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ALEX JACKIE PEARSON v. LINDA ANN PEARSON

SEPTEMBER 26, 1984

ALEX JACKIE PEARSON
v.
LINDA ANN PEARSON



BEFORE WALKER, BOWLING AND PRATHER

WALKER, PRESIDING JUSTICE, FOR THE COURT:

Alex Pearson, appellant, filed a petition for a writ of habeas corpus in the Chancery Court of Wilkinson County, Mississippi, seeking to enforce his custody rights granted to him in a divorce decree entered in the District Court of Cameron County, Texas. The chancery court, after hearing evidence on the writ and cross-bill filed by appellee, Linda Pearson, denied appellant's writ and modified the Texas decree granting Linda custody of Walter Vincent Pearson, born May 5, 1977 and Jessica Lynn Pearson, born September 7, 1978. Aggrieved with the lower court's holding, the appellant has perfected an appeal before this Court.

Alex Jackie Pearson, a chief petty officer with the United States Coast Guard, and Linda were married on February 16, 1974. of this union, the couple had two children, Walter and Jessica. Linda also had a daughter, Tanya, age ten at the time of trial, from a former marriage.

 Mr. Pearson's position with the Coast Guard required the couple to relocate on several occasions during their marriage. While the couple was stationed in Brownsville, Texas, in

 December 1980, Linda abandoned her family including her child, Tanya, and began living with a man named Pat Brewer. Sometime after her relation ended with Brewer, she sought the company of a man named Lonnie who lived with her until December of 1981, two months prior to trial.

 Upon appellant's petition, the couple was divorced May 11, 1981 in the State of Texas. Mrs. Pearson waived service of process and entry of appearance at the hearing. Appellant was appointed as managing conservator *fn1 of the children and Linda was named possessory conservator *fn2 with reasonable rights of visitation. According to appellant, Linda did not seek modification of the divorce decree until the time of this trial.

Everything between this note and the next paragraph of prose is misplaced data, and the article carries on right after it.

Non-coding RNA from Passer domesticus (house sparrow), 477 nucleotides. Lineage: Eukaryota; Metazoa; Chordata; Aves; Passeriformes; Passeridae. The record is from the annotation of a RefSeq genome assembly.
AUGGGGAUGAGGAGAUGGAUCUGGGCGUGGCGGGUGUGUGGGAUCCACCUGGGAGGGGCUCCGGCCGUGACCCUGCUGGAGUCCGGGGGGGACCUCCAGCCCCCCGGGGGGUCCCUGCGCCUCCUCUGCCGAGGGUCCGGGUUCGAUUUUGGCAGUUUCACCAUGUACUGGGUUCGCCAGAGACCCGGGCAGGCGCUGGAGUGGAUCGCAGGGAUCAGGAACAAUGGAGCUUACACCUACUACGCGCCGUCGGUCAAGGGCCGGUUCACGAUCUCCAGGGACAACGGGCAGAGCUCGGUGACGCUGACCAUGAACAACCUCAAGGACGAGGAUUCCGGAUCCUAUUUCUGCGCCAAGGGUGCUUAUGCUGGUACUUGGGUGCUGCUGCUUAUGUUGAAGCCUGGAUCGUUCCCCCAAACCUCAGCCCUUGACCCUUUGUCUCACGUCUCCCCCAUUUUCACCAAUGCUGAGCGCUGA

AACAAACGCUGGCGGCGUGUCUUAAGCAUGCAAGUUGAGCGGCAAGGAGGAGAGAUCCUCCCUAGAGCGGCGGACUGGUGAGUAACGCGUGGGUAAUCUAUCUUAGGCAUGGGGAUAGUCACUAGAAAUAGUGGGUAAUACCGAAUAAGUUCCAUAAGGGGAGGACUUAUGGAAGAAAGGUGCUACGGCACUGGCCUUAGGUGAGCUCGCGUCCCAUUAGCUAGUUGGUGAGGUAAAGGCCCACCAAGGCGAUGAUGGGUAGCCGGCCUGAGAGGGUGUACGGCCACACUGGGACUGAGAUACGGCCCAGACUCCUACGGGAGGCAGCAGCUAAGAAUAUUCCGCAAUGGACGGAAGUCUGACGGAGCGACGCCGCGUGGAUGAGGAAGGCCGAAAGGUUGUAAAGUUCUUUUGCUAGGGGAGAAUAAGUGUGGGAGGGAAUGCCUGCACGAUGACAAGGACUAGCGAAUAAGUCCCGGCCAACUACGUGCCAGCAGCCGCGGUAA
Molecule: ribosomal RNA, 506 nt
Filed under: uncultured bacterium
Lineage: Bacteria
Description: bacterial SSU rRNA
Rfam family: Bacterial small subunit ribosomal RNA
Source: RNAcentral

Following the divorce, Alex cared for his two children as well as Tanya, who was not his child, until she was returned to Natchez, Mississippi, the home of her grandparents. Linda kept in contact with the children and Alex, and visited with them approximately seven times during the eight months following the divorce.

 In November of 1981 Linda first learned that Alex would possibly be transferred from Port Arthur, Texas to Hawaii. In February of 1982 Alex notified Linda that his transfer plans were definite and invited her to visit the children. On February 6 Linda and Tanya visited with Alex and the children in Port Arthur. After depositing her suitcase in Alex's home, she asked permission to take the children shopping for some new clothes. Reluctantly, Alex consented to the shopping trip. Instead of taking the children shopping, Linda placed them in her car and drove them to her parents' home in Natchez, Mississippi, refusing to surrender them to the appellant.

 The appellant thereafter employed counsel and filed his petition for writ of habeas corpus invoking his rights to custody of the children under the Texas divorce decree. Linda filed her cross-bill seeking custody of the children on the basis that there had been a material change in circumstances. A hearing was held and at the conclusion the chancellor modified the Texas decree with regard to custody and granted custody of both minor children to Linda.

 In our opinion the chancellor erred for two reasons. First, after hearing the evidence with regard to the conduct of Linda in going to Texas, and in violation of the criminal laws of Texas and the divorce decree of the Texas courts, surreptitiously returning the children to Mississippi, the chancery court should have sua sponte dismissed the appellee's

 cross-bill seeking modification of the Texas decree as to the custody of the children. In Taliaferro v. Ferguson, 205 Miss. 129, 143, 38 So.2d 471, 473 (1949), we said:

 A court of equity will never interfere and lend its aid to one whose own conduct in connection with the same transaction has been so unconscientious and unjust, and has so violated the principles of equity and righteous dealing which it is the purpose of the very jurisdiction of the court to sustain.

 Jessica and Walter should have been returned to the appellant immediately absent any urgent circumstances which would necessitate a modification of the Texas decree. In this case there were none. The chancellor found appellant was and had been a good parent to the children and commended him for the manner in which he had taken care of them.

 Second, the chancellor erred in his ruling that there had been a change in circumstances which would adversely affect the children. He based this on the fact that the appellant was being transferred to the State of Hawaii and that this would have the effect of depriving the appellee of her visitation rights as provided for under the Texas ...


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